The Clough Creek and Sand Ridge Archaeological District is a historic district composed of two archaeological sites in the southwestern part of the U.S. state of Ohio. Its name is derived from those of the two sites included in the district: one that lies along Clough Creek (a tributary of the Little Miami River), and one that occupies part of the Sand Ridge near the creek.Clover Site
The Clover Site (46CB40) is a Fort Ancient culture archeological site located near Lesage in Cabell County, West Virginia, United States. It is significant for its well-preserved remains of a late prehistoric/protohistoric Native American village. The site's unique assemblage has made it the type site for the Clover Phase of the Madisonville horizon of the Fort Ancient culture.
The site was declared a National Historic Landmark in 1992.Feurt Mounds and Village Site
The Feurt Mounds and Village Site is a Fort Ancient culture archaeological site with three burial mounds and an associated village, located in Clay Township in Scioto County, Ohio.Fort Ancient (Lebanon, Ohio)
Fort Ancient (33 WA 2) is a Native American earthworks complex located in Washington Township, Warren County, Ohio, along the eastern shore of the Little Miami River about seven miles (11 km) southeast of Lebanon on State Route 350. The site is the largest prehistoric hilltop enclosure in the United States with three and one-half miles (18,000 ft) of walls in a 100-acre (0.40 km2) complex. Built by the Hopewell culture, who lived in the area from the 200 BC to AD 400, the site is situated on a wooded bluff 270 feet (82 m) above the Little Miami. It is the namesake of a culture known as Fort Ancient who lived near the complex long after it was constructed.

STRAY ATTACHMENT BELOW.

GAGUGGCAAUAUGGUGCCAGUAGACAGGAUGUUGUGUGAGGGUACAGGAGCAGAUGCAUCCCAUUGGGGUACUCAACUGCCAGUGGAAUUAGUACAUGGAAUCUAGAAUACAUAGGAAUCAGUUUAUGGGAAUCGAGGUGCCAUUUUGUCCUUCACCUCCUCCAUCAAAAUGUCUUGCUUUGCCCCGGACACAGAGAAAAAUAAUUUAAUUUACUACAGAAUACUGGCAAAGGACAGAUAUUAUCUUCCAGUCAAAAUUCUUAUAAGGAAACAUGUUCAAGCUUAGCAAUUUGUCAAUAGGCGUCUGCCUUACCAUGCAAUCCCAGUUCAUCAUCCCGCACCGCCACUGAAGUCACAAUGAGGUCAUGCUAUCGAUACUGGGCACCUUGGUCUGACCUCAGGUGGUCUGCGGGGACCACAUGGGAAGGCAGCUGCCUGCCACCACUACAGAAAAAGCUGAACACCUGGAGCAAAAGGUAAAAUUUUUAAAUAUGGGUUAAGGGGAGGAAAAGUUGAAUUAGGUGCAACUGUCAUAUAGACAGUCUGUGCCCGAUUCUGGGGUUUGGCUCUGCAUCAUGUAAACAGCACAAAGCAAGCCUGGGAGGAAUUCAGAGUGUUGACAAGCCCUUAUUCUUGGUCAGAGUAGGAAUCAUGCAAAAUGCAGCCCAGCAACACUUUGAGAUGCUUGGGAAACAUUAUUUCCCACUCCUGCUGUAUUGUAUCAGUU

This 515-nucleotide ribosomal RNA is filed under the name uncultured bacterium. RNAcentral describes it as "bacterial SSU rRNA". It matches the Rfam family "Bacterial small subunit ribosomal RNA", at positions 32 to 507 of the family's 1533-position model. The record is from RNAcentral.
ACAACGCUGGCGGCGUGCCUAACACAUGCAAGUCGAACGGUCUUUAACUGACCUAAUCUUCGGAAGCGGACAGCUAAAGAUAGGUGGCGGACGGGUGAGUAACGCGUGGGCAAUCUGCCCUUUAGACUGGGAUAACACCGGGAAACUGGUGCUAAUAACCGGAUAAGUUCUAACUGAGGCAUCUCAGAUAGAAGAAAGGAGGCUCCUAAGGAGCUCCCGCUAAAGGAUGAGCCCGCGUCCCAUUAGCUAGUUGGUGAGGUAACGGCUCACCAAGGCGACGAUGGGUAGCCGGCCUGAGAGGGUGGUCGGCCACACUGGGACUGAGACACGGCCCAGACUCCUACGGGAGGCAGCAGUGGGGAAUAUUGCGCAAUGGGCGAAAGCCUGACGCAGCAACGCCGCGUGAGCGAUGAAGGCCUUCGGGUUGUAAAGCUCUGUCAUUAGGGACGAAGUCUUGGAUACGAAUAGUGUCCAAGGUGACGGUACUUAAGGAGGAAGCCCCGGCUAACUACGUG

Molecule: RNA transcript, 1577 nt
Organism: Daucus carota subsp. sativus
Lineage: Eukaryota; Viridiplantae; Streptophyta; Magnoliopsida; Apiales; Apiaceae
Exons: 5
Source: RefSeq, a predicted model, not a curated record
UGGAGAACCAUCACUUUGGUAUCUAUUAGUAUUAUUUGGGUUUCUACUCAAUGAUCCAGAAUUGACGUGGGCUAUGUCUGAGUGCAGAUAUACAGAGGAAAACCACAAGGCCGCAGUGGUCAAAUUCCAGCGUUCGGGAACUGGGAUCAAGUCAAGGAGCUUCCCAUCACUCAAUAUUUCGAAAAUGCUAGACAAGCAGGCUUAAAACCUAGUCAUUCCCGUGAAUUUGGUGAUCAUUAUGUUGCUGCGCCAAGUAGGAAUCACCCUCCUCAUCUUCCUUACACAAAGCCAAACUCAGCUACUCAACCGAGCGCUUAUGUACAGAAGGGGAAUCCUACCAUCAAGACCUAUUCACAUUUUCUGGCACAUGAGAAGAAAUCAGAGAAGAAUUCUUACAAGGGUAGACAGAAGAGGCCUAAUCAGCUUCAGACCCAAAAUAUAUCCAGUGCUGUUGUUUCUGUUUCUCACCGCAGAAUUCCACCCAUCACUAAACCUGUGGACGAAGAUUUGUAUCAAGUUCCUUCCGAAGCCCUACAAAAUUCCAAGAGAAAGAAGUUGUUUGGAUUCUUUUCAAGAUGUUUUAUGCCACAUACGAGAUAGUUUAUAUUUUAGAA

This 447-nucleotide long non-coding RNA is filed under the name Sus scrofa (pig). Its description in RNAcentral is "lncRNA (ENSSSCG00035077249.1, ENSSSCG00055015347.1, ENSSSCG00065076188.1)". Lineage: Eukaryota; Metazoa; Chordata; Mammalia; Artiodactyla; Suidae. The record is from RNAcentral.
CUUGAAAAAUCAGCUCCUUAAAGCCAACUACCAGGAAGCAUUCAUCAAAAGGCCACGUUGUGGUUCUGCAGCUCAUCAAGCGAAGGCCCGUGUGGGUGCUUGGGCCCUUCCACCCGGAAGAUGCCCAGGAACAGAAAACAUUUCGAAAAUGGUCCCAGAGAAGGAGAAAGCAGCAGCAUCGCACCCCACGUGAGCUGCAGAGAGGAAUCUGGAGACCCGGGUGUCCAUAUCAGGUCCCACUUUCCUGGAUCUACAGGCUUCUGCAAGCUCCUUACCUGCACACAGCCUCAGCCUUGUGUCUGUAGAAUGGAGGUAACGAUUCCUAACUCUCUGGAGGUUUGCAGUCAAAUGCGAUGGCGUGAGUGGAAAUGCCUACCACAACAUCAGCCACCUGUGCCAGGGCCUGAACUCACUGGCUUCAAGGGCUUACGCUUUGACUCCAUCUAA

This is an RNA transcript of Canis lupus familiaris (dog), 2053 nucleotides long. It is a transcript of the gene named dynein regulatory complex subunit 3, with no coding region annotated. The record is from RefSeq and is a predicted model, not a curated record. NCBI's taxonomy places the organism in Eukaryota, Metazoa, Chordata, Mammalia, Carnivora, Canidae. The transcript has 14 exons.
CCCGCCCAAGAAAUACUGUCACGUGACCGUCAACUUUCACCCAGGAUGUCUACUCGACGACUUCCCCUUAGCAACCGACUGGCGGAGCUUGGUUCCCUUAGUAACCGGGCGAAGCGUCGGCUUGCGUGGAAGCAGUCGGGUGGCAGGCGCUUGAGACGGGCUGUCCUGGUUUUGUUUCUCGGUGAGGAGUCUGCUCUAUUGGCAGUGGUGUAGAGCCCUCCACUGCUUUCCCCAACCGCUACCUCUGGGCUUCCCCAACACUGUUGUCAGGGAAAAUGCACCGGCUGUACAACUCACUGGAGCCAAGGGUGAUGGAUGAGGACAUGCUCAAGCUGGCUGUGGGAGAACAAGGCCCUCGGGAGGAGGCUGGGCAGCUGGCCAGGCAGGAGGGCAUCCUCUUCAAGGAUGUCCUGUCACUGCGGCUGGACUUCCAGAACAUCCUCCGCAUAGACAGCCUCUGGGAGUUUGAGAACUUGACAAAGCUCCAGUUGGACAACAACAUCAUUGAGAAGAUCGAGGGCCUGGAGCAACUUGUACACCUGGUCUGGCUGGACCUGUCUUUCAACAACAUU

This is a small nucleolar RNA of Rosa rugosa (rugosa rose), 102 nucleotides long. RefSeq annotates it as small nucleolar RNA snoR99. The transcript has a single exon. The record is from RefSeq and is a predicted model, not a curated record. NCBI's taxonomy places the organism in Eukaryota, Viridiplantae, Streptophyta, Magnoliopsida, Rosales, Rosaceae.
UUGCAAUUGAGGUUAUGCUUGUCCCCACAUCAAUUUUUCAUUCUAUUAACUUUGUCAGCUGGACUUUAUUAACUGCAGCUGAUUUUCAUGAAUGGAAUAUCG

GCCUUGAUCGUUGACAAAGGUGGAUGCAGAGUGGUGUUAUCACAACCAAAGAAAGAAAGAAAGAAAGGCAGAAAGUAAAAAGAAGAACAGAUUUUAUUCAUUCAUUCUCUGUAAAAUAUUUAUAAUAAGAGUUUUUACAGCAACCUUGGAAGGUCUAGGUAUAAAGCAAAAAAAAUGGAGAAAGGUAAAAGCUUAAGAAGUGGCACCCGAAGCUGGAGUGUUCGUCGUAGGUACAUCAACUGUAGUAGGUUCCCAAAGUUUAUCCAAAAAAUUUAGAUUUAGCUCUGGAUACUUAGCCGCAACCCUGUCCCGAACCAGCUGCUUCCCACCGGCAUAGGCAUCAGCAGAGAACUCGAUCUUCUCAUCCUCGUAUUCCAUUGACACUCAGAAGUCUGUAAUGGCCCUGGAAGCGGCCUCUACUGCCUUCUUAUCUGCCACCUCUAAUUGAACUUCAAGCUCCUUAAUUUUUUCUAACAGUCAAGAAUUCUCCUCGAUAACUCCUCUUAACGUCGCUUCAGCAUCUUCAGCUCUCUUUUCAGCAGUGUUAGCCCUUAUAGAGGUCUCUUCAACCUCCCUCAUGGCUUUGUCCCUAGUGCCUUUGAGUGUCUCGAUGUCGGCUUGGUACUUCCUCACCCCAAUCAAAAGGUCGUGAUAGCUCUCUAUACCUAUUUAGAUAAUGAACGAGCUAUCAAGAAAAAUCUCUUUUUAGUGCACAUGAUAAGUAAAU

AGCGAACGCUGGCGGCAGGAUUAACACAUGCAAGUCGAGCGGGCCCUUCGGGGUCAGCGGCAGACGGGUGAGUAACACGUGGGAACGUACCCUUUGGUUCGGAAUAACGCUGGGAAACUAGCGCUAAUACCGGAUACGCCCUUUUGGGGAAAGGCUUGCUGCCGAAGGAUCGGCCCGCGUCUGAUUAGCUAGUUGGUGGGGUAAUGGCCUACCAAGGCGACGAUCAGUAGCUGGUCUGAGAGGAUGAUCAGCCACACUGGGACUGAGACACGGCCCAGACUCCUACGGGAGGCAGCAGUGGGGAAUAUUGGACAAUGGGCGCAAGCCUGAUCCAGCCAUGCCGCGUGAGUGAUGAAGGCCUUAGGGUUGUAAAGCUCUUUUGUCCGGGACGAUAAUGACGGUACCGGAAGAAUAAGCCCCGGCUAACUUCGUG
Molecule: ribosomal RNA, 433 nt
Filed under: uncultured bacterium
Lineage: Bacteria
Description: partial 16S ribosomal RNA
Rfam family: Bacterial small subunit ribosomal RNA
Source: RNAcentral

Maintained as a state historical park, the site was designated a National Historic Landmark for its significance. The State of Ohio purchased the land and made it Ohio's first state park in 1891. In addition, this is part of the Hopewell Ceremonial Earthworks, one of 14 sites nominated in January 2008 by the U.S. Department of the Interior for potential submission by the United States to the UNESCO World Heritage List.Hahn Field Archeological District
Hahn Field Archeological District is a registered historic district near Newtown, Ohio, listed in the National Register of Historic Places on October 29, 1974.Kanawha River
The Kanawha River ( kə-NAW-ə) is a tributary of the Ohio River, approximately 97 mi (156 km) long, in the U.S. state of West Virginia. The largest inland waterway in West Virginia, it has formed a significant industrial region of the state since early in the 19th century.
It is formed at the town of Gauley Bridge in northwestern Fayette County, approximately 35 mi (56 km) SE of Charleston, by the confluence of the New and Gauley rivers. It flows generally northwest, in a winding course on the unglaciated Allegheny Plateau, through Fayette, Kanawha, Putnam, and Mason counties, past the cities of Charleston and St. Albans, and numerous smaller communities. It joins the Ohio at Point Pleasant.
Paleo-Indians, the earliest indigenous peoples, lived in the valley and the heights by 10,000 BC as evidenced by archaeological artifacts such as Clovis points. A succession of prehistoric cultures developed, with the Adena culture beginning the construction of numerous skilled earthwork mounds and enclosures more than 2000 years ago. Some of the villages of the Fort Ancient culture survived into the times of European contact.
The area was a place of competition among historical American Indian nations. Invading from their base in present-day New York, the Iroquois drove out or conquered Fort Ancient culture peoples, as well as such tribes as the Huron and Conoy. By right of conquest, the Iroquois, Lenape (Delaware), and Shawnee reserved the area as a hunting ground. They resisted European-American settlement during the colonial years.